Improvements in the Red Gate source code control suite

One aspect of SQL Server related development that I see done quite badly when visiting client sites is source code control. So many sites have almost nothing in place for this important aspect of development. By comparison, it's rare now that I visit an application development organisation that doesn't have at least reasonable source code control in place. Many DBAs seem to have grown up in environments where source code control systems weren't in use.

I've been pleased to see the Red Gate folk continuing to work in this direction and to expand their toolsets. A while back, they released Source Control for SQL Server: but I was also interested to note their upcoming release of Source Control for Oracle: While I focus predominantly on SQL Server, many sites I work with use more than one type of database engine, and the other engine is often Oracle. So it's useful to be able to use a single system for both.

These tools support TFS (which I tend to use mostly now) and SVN which I often see at client sites, usually in conjunction with a Tortoise front end.

If you aren't using source code control in your own site, you should start looking at these types of tools.

Hardware Sizing Guide for SSAS Tabular

Over the last few months, I've been a tech reviewer on John Sirmon and Heidi Steen's new whitepaper.

It's published today on MSDN: Hardware Sizing a Tabular Solution (SQL Server Analysis Services)

Its goal is to help you determine the amount of memory and CPU resources needed to accommodate query and processing workloads in a production environment.


Has the term "big data" completely lost meaning yet?

There are some terms in IT that make their way straight into the hype stratosphere. Unfortunately "big data" is one of these. I see very few systems that I'd contend are actually "big data". However, I endlessly see the term applied to data stores that are trivial by today's standards. This might help the marketing teams but it's sad none-the-less. There are some technological challenges that really do start to bite as the data volume really does start to become large, and as the proportion of unstructured and semi-structured data increases. There are also some very interesting new tools that allow us to process larger volumes of data faster, particularly in relation to analytics, and a large market building around Hadoop and its derivatives.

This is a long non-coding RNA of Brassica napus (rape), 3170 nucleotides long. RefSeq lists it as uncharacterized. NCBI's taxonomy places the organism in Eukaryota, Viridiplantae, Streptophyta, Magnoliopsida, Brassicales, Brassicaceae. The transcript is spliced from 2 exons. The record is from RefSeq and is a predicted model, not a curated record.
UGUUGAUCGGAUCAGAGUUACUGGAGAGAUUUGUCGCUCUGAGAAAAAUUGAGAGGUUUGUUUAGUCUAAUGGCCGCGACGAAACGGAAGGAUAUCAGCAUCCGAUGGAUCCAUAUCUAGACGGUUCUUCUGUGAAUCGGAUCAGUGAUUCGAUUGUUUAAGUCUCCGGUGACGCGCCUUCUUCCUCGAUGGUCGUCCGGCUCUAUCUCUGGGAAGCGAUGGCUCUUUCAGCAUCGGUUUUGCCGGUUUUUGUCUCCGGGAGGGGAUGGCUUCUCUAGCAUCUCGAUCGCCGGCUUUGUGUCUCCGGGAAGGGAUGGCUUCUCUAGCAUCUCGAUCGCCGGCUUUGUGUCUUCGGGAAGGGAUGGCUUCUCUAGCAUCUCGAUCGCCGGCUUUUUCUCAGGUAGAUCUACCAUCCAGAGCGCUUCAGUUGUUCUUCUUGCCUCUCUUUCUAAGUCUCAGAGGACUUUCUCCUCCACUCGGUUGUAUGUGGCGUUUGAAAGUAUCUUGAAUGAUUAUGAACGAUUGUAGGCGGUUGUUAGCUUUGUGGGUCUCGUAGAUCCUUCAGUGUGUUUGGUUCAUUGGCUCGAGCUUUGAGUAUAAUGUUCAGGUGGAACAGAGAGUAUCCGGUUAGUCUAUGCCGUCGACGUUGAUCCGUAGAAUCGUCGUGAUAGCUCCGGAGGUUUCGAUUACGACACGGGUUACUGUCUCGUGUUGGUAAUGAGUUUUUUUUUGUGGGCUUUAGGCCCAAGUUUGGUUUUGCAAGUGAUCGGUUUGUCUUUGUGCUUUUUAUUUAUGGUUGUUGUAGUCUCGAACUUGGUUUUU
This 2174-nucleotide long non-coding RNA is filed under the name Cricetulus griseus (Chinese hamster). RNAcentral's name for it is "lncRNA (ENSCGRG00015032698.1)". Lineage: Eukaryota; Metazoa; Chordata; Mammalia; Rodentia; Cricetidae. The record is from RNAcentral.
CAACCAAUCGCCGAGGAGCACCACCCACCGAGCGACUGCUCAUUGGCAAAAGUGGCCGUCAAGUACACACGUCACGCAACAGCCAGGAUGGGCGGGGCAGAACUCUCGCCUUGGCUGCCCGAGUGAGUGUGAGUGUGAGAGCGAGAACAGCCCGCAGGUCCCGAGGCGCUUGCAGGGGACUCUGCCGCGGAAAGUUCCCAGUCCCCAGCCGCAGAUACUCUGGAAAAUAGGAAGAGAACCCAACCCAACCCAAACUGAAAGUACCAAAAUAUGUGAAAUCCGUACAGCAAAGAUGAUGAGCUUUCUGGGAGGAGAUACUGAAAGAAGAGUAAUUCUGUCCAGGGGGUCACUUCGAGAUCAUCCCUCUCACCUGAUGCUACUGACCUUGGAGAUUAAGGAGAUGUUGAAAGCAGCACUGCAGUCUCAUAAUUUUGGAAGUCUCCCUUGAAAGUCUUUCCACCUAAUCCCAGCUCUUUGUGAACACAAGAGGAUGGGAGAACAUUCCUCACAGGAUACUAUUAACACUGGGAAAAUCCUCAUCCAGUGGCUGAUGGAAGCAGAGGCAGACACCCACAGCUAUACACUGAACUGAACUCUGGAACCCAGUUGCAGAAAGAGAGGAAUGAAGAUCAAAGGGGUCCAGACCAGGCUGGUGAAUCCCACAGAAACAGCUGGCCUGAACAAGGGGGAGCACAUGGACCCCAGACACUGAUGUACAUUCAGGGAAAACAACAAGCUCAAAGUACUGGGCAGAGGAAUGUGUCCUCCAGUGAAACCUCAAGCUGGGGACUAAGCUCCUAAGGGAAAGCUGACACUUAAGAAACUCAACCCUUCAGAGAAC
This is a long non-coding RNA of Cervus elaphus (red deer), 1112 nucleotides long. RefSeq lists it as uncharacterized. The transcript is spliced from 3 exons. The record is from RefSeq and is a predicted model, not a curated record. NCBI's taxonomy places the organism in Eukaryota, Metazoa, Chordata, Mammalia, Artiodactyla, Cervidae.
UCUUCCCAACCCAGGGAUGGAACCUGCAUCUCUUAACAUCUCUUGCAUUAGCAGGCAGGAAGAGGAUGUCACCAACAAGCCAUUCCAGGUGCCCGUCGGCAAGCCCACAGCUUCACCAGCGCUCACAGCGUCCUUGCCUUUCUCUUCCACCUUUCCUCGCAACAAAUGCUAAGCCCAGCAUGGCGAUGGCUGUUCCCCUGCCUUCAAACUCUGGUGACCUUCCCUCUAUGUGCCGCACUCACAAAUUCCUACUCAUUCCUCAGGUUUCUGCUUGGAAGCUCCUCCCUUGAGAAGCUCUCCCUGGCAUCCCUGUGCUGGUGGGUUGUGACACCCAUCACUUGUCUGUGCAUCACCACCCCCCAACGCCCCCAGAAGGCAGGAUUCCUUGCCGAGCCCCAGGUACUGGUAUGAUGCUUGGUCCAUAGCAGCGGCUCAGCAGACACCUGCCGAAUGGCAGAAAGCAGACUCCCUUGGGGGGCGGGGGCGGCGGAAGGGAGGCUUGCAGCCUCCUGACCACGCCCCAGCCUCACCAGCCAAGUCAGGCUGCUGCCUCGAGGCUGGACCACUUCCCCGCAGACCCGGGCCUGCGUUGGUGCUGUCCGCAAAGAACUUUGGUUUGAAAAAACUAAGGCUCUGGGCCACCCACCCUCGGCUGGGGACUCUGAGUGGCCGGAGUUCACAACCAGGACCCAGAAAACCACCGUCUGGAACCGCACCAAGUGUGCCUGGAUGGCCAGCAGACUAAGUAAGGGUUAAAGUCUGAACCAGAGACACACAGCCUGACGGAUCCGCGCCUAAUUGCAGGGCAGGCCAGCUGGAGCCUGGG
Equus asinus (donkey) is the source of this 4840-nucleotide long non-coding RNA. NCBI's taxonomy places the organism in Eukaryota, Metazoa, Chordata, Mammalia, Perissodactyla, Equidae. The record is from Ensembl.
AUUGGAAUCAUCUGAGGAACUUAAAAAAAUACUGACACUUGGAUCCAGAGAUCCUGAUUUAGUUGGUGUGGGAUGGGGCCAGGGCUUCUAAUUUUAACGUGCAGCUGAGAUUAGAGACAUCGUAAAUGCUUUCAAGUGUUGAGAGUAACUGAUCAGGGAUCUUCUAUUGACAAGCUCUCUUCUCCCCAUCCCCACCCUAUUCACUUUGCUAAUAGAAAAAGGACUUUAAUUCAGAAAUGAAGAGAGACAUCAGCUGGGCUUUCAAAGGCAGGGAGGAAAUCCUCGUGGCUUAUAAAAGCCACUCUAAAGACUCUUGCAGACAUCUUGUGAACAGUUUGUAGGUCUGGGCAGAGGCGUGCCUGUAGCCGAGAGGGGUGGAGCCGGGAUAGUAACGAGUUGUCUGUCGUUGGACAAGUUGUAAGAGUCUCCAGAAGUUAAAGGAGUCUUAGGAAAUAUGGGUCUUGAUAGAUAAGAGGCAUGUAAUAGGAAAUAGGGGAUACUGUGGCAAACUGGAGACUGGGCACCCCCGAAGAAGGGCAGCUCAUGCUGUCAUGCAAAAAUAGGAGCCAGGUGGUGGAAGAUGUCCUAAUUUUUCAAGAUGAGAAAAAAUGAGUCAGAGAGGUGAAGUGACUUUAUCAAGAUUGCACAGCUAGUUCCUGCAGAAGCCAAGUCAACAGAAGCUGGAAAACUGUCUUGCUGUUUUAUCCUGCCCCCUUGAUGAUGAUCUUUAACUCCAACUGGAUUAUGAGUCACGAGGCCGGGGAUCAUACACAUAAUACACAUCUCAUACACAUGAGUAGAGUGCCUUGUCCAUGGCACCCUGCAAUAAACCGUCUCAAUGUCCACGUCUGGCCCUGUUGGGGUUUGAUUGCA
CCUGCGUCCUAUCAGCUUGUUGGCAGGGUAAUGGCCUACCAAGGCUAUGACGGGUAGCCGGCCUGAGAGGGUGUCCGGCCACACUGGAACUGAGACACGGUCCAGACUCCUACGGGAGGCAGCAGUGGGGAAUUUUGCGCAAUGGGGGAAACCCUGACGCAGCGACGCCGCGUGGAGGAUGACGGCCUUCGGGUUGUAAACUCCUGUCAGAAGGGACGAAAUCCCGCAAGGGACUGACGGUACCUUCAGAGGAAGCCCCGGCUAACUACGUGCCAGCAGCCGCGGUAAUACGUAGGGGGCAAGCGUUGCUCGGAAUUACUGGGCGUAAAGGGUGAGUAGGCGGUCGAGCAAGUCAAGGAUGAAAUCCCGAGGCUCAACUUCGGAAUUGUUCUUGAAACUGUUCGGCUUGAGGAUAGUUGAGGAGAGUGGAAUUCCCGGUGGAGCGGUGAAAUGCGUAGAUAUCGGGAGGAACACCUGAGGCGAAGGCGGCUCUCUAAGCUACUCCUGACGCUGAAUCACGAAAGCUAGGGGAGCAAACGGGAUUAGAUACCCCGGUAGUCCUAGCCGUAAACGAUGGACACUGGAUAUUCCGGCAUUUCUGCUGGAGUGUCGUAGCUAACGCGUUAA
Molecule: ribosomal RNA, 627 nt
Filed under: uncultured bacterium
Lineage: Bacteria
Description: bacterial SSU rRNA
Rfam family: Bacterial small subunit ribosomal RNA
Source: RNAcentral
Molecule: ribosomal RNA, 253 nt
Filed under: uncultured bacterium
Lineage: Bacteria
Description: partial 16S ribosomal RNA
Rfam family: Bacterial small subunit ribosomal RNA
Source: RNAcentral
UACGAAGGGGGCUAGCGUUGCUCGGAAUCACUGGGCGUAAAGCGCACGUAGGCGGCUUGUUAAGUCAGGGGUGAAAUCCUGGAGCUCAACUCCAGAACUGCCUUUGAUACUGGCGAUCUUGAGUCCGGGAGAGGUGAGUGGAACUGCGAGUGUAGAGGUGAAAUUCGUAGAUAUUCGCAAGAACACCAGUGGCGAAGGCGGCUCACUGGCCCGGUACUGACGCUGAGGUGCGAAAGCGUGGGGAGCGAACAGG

I also see entire teams that claim to focus on big data, yet whenever I discuss the projects with them, none of them are working with databases that are even vaguely in the ballpark of what anyone would have considered big data ten years ago, let alone today. None of the people involved have ever dealt with even really large tables by today's standards. It's interesting that so many data-related jobs have suddenly become "big data" jobs. I'd love to know what these teams think they mean, when they say that they "focus" in these areas. It simply isn't possible for so many of them to do so.

I had a chuckle when I read this blog post from Warwick Leitch: Call it big data if you like… but you will look foolish. In that example, Warwick was referring to survey data that was held in a spreadsheet…

For a more serious take on this subject though, there is some interesting material in Stephen Few's recent blog post: Big Data, Big Deal. Stephen argues that big data is simply a marketing campaign. As always, the comments associated with the blog post make for reading that's as interesting as the post itself. I don't totally agree with Stephen on this, as there really has been quite a shift in the available tooling in recent years, but much of his discussion is right on target.

Ironically yesterday I was working with a team that has a project that I would qualify as "big data", yet they had never thought to call it that.

I suspect we as an industry need to start to quantify what the term "big data" really means, at a given point in time. It's clearly a relative term that changes over time. Otherwise, we should lose the term entirely or further define it, as there is currently a great deal of confusion around it.